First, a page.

ANNAPOLIS — Gov. Larry Hogan’s budget plan released Wednesday includes funding for a handful of Frederick County public education priorities.
About $336,599 is earmarked for the LYNX School, which stands for Linking Youth to New Experiences and is expected to open with the new Frederick High building next school year.
The governor’s office said the funding will enable the pilot school program to make apprenticeship a central focus of students’ experiences and give them opportunities to engage with businesses throughout their schooling.
Money in the capital budget — about $14 million — will be directed toward the construction costs for Frederick High School, Sugarloaf Elementary School and Butterfly Ridge Elementary School.
Other capital expenses would support construction or renovation projects at the Walkersville wastewater treatment plant, Cunningham Falls State Park, Frederick Community College, Carroll Manor Elementary School and Walkersville Middle School.
Notably missing from the budget was $15 million in bond support for the proposed downtown Frederick hotel and conference center. Democratic lawmakers said earlier this week they anticipated the absence, but will continue fighting for funding. A $1 million capital bond authorization for planning costs, however, is recommended to be deauthorized in 2018 and redirected to other projects.
Overall funding for Frederick County would increase 2.9 percent in fiscal 2018 to a proposed $300 million, which includes a portion of the pension and retirement benefits for school system employees. State payments for primary and secondary education to the county would increase by 2.3 percent under Hogan’s proposal.
But the budget is not entirely rosy.
Hogan’s budget plan addresses a $544 million budget deficit, partly by tapping financial reserves to avoid bigger cuts. During an outline of highlights Tuesday, Hogan said his plan for next year spends less than this year and “sounds too good to be true, but it is true.”
Still, lawmakers were finding out more about cuts as more of the budget plan became public Wednesday.
Money previously approved for initiatives aimed at helping Baltimore, including a scholarship program and after-school programs, was among items omitted from the governor’s proposal.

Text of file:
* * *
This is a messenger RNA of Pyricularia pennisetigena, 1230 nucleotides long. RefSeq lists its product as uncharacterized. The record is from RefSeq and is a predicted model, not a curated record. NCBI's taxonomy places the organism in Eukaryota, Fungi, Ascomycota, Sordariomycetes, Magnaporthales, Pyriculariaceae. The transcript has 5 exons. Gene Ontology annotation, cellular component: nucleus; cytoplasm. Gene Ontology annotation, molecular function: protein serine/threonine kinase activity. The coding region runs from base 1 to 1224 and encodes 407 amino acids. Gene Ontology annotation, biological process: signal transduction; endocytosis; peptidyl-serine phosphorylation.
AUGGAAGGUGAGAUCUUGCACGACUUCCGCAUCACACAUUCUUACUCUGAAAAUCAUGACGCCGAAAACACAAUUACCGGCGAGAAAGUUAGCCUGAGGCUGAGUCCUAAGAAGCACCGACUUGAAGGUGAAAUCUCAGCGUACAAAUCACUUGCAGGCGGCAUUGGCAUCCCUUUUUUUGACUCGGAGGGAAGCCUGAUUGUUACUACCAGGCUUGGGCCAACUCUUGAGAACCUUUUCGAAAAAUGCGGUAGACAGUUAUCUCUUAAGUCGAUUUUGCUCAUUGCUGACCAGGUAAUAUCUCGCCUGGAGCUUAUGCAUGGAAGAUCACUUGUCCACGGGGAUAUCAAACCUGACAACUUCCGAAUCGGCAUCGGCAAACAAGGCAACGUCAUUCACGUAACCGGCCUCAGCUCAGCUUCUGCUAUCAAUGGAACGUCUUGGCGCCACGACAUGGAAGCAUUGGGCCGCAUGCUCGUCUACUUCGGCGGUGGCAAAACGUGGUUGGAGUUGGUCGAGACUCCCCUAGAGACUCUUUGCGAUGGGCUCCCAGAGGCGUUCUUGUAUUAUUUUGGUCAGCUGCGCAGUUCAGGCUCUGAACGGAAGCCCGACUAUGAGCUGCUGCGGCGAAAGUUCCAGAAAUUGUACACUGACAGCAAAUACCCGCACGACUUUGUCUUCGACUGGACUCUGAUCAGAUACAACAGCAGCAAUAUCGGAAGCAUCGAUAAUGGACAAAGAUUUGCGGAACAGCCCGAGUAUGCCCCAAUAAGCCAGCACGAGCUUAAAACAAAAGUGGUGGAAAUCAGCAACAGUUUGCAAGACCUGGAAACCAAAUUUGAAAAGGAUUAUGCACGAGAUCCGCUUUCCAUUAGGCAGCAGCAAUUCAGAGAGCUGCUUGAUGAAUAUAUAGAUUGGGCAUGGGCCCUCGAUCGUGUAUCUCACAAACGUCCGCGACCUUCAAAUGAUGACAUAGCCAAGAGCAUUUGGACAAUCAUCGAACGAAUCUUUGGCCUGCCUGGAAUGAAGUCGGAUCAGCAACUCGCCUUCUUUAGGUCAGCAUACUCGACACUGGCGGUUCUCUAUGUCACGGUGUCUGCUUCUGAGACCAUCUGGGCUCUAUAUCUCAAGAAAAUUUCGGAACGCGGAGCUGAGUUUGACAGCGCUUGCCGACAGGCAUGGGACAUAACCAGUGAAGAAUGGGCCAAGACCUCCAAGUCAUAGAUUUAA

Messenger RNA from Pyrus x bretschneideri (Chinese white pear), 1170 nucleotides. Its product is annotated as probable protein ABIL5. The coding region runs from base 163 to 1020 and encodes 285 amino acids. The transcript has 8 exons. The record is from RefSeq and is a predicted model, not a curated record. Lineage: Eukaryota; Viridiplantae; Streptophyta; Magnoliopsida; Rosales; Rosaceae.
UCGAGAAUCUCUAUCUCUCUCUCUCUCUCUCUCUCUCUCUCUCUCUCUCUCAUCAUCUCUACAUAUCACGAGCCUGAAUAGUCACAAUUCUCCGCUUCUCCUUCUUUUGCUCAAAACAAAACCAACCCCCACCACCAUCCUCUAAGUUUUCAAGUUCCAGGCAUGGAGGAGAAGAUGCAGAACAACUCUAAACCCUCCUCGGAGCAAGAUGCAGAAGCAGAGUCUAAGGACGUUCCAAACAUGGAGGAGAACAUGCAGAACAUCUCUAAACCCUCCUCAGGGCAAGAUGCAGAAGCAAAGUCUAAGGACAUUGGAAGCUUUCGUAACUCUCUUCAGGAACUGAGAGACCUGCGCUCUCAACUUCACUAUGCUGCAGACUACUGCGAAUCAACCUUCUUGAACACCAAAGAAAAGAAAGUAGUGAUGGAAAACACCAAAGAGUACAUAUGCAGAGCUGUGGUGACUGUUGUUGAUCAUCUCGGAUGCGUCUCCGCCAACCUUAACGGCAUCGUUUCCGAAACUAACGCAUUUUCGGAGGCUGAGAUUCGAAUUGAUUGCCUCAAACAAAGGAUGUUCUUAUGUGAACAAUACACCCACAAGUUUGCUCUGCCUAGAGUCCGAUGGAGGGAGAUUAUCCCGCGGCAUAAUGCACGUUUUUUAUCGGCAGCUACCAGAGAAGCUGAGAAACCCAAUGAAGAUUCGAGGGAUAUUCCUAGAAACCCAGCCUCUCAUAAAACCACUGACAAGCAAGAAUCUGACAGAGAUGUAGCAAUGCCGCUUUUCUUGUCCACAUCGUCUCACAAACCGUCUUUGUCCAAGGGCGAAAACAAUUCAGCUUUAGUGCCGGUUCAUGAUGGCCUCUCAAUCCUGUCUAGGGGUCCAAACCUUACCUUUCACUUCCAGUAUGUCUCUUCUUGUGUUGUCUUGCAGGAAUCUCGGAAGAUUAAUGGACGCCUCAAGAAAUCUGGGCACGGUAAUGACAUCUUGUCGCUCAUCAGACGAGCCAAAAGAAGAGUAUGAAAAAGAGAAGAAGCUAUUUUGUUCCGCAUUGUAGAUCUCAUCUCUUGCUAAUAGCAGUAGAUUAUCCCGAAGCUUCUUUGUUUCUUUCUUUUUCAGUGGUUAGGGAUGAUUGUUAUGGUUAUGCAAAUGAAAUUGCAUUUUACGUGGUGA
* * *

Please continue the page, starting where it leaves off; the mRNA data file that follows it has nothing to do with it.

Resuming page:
The governor’s plan also cuts back on wage increases for people who provide community services for the developmentally disabled, part of a law passed in 2014, when lawmakers raised the state’s minimum wage to keep those providers’ pay above minimum wage. The law included a 3.5 percent rate increase annually over four years, but the budget scales that back to a 2 percent increase, said Sen. Thomas “Mac” Middleton, D-Charles.
Salaries for state employees are frozen next year. The budget includes a number of contingency reductions — including those pay raises for care providers — that lawmakers can reinstate if they find the same amount of money to cut elsewhere.
Some areas of funding for counties are “flat funded” from previous years instead of receiving formula-driven increases, according to the Maryland Association of Counties. Those include local health departments and police aid to counties.
In another area, expenses normally incurred by the state are being shifted to counties. For example, counties would be expected to pay 70 percent of some of the costs at local Department of Assessments and Taxation offices, compared with the current 50 percent share. In fiscal 2019, the counties would pick up 90 percent of those costs.
One of the Maryland Association of Counties’ priorities in Annapolis is securing Highway User Revenue for counties. The figure set aside for 2018 is slightly less than in the current year.
The counties’ share of Highway User Revenue funding has sharply declined in recent years. In 2007, Frederick County received a high of approximately $13.8 million; in fiscal 2018, the proposed budget would send $2.1 million to the county.
Major transportation projects in the county that would receive funding in the proposed budget include $14.8 million to construct a new interchange on U.S. 15 at Monocacy Boulevard; $14.8 million for the interchange at Md. 85 and Interstate 270 in Frederick County; and $19.4 million to start a congestion mitigation project along I-270.
Statewide, the largest portion of the capital budget, about $2.8 billion, is spent on transportation projects.
The Associated Press contributed to this report.